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The Real Me

Recently beleaguered Illinois Senator Roland Burris defended himself from accusations of impropriety by stating, "Stop the rush to judgment. You know the real Roland. I have done nothing wrong and I have absolutely nothing to hide." Whether or not Senator Burris has anything to hide—something to be decided by officials and not bloggers—his defense reveals a common view of our human nature – that we have a “real me.” We use this idea to express our impression that we have been misunderstood in some way and especially when we feel the need to defend ourselves against accusation. Like Roland Burris we nearly always use the term to allude to a better self, a more pure center.

Christians have a unique perspective on our real selves, something to the contrary of Burrisesque center of stainlessness. Tobias Wolff tells of his discovery of an altogether less-than-pure real self. Wolff, one of America's finest writers, describes the moment when he had such an experience. He was waiting to visit a priest for confession attempting to think of some single sin to confess when,

“I thought about what to confess, but could not break my sense of being at fault down to its components. Trying to get a particular sin out of it was like fishing a swamp, where you feel the tug of something that at first seems promising and then resistant and finally hopeless as you realize that you’ve snagged the bottom, that you have the whole planet on the other end of your line” (This Boy's Life).

That sense of hopelessness is the mark of a self-realization which is the more honest appreciation of our real selves than the type of self we allude to in defensive moments. We do not peer inside ourselves and find a solid pool ball of goodness which, when seen by others, reveals our true and pure selves to the onlooking world. Rather, we see our rich supply of self justification, propensity for dishonesty and outright selfishness.

We are not without hope, however, as Good Friday reminds us. This annual memorial to the death of the savior is often glossed over in favor of the feast of Easter, but should be lingered in a little longer. The feasting marking the resurrection day on Sunday is only celebratory if Good Friday is understood. For it is reflection on the crucifixion which brings about a knowledge of our true self. As the late Richard John Neuhaus writes,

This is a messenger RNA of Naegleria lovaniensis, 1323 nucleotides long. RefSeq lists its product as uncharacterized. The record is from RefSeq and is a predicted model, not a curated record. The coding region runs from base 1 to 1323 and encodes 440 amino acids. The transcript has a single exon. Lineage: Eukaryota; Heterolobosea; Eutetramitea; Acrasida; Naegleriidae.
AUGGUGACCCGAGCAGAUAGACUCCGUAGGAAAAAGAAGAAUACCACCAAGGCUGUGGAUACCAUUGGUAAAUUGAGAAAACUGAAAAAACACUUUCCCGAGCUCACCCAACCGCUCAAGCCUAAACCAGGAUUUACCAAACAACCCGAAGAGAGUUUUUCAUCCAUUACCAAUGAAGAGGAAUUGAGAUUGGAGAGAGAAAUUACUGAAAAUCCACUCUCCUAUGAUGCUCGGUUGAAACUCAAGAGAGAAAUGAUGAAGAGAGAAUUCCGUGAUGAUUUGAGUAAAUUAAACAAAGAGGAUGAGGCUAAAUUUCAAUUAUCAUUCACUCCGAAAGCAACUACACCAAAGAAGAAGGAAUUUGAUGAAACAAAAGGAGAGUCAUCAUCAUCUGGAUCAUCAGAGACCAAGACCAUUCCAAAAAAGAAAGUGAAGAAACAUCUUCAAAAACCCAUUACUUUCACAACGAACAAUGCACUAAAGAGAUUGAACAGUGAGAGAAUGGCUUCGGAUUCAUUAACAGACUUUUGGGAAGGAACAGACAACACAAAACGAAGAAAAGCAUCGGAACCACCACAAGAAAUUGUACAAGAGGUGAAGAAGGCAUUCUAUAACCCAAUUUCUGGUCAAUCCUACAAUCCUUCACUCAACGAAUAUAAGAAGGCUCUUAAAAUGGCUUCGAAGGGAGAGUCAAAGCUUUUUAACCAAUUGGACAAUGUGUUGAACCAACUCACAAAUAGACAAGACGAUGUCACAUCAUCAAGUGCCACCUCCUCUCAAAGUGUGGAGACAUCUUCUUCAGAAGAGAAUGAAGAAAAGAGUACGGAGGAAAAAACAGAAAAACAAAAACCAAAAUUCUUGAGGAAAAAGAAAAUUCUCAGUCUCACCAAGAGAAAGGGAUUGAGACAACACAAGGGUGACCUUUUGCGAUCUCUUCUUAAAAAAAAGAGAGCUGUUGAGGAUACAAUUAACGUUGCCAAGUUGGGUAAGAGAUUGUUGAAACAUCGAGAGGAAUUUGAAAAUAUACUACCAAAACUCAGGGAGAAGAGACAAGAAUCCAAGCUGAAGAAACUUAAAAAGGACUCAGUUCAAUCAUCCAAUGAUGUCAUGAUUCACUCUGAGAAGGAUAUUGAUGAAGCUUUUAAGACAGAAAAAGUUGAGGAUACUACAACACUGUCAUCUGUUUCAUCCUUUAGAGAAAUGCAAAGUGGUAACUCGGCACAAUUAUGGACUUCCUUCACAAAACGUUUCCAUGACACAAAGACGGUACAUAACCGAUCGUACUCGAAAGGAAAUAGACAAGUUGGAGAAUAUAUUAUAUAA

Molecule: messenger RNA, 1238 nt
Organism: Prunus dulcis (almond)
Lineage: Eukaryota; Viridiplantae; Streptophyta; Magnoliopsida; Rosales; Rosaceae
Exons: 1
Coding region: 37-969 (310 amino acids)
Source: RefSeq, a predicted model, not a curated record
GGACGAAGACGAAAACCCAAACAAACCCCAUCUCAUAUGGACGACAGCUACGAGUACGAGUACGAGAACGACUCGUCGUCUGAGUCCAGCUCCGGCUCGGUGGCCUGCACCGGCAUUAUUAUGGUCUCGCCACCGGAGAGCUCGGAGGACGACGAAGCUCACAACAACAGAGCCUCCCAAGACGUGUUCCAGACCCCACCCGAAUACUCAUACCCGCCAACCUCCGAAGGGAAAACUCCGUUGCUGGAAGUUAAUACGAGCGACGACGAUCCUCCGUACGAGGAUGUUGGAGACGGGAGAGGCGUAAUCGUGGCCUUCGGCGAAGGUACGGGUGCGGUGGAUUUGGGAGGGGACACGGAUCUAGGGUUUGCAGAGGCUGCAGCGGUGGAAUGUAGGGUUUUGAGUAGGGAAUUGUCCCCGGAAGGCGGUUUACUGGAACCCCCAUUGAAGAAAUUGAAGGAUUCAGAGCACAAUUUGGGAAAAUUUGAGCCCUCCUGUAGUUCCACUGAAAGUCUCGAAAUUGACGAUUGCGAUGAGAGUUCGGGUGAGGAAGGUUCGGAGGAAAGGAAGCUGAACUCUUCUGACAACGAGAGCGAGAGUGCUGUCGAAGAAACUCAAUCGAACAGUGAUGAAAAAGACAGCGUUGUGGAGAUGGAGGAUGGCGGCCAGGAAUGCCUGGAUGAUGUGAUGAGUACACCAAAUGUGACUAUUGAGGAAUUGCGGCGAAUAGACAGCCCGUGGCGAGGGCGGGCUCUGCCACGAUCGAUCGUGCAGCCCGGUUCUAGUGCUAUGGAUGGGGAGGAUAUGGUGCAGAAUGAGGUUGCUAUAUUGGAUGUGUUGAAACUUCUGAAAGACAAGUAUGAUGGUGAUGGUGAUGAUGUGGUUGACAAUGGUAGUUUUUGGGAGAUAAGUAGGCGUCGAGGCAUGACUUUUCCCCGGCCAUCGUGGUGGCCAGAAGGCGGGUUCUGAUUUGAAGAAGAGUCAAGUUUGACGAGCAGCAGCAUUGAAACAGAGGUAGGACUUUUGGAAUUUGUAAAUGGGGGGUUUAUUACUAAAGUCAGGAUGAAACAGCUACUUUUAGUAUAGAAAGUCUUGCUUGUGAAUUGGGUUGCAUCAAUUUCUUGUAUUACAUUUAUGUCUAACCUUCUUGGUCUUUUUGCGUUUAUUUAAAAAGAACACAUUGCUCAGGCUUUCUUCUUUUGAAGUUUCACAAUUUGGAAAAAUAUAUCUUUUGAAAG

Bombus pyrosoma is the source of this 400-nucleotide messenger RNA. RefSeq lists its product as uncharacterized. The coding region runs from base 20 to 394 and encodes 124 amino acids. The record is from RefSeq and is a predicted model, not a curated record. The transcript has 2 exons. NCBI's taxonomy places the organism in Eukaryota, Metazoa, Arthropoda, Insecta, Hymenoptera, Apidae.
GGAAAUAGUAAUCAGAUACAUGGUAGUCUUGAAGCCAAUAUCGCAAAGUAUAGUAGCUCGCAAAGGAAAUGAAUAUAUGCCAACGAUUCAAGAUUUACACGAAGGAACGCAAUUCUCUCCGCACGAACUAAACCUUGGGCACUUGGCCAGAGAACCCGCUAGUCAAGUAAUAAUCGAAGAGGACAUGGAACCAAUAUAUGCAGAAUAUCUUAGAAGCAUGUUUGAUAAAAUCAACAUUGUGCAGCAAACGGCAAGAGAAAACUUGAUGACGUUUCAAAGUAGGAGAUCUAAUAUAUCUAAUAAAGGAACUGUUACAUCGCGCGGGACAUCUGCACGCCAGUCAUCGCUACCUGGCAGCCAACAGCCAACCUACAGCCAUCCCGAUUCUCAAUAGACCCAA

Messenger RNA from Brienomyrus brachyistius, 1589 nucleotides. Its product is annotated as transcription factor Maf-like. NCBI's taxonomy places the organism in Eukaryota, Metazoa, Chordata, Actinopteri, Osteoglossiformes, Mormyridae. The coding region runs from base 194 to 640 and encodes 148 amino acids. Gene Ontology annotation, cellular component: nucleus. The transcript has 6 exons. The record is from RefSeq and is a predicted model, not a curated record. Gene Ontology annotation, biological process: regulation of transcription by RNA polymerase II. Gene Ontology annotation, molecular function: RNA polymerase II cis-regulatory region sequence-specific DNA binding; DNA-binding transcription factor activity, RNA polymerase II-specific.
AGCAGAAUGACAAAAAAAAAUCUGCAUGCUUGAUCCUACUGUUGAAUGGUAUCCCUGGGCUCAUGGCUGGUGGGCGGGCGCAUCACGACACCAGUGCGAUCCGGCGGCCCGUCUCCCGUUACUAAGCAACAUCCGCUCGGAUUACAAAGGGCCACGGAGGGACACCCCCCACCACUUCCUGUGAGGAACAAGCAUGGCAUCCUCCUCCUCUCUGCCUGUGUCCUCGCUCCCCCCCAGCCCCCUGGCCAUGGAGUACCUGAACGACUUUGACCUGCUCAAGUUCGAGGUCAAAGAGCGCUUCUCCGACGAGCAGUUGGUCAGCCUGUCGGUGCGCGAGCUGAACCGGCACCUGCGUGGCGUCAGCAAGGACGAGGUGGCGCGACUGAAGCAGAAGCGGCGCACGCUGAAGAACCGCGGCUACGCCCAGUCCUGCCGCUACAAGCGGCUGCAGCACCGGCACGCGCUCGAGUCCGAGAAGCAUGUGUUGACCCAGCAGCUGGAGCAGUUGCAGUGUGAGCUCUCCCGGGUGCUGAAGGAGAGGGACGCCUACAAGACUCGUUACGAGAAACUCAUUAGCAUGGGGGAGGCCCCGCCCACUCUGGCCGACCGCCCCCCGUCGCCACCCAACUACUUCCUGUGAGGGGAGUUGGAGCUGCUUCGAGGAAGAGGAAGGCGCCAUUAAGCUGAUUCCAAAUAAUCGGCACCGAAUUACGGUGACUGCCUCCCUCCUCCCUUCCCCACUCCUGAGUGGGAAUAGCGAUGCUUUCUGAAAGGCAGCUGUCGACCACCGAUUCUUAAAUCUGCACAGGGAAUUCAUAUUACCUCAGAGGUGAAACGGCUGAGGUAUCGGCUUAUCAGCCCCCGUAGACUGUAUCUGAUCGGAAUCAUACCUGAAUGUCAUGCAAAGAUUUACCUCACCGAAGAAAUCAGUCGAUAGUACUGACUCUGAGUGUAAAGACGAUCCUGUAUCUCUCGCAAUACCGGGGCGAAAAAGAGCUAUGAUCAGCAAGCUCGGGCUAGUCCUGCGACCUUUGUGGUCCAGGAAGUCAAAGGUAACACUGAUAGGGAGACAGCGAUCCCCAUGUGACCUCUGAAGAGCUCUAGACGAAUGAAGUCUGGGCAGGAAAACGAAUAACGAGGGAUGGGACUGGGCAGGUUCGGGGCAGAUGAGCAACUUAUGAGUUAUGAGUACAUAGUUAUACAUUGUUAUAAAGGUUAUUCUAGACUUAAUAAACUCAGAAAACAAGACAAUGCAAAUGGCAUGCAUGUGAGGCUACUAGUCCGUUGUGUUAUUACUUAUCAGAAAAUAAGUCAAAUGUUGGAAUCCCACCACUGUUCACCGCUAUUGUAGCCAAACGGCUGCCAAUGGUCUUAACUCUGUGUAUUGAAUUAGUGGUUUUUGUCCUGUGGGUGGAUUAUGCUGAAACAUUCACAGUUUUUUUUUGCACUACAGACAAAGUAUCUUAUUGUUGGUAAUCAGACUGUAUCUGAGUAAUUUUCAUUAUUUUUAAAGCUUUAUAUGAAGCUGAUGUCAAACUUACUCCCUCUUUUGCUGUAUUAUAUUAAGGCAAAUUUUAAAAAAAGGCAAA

“Every human life, conceived from eternity and destined to eternity, here finds its story truly told. In this killing that some call senseless we are brought to our senses. Here we find out who we most truly are, because here is the One who is what we are called to be. The derelict cries, “Come follow me.” Follow Him there? We recoil. We close our eyes. We hurry on to Easter. But we will not know what to do with Easter's light if we shun the friendship of the darkness that is wisdom's way to light” (Death on a Friday Afternoon).

Wisdom's way to light leads to a road of self-discovery which does not provide for us comfortable self assurance. Rather it leaves us with the knowledge of our lack, and consequently our need for a new “real me.” Can the old one be patched up? Not really, it is a little beyond repair. What is needed is a whole new engine, a heart transplant, a do-over, a rebirth. And a re-birth is what the dying savior offers. Through trusting in His death and resurrection, we are given a new life. Or, as Paul calls it, a new creation, “Therefore, if anyone is in Christ, he is a new creation; the old has gone, the new has come” (1 Corinthians 5:17)

"Roland Burris: 'Stop the rush to judgment' Clout Street - local political coverage." The Swamp - Chicago Tribune - Blogs. 09 Mar. 2009 .

Neuhaus, Richard John. Death on a Friday Afternoon Meditations on the Last Words of Jesus from the Cross. New York: Basic Books, 2001.

Wolff, Tobias. This Boy's Life A Memoir. New York: Grove P, 2000.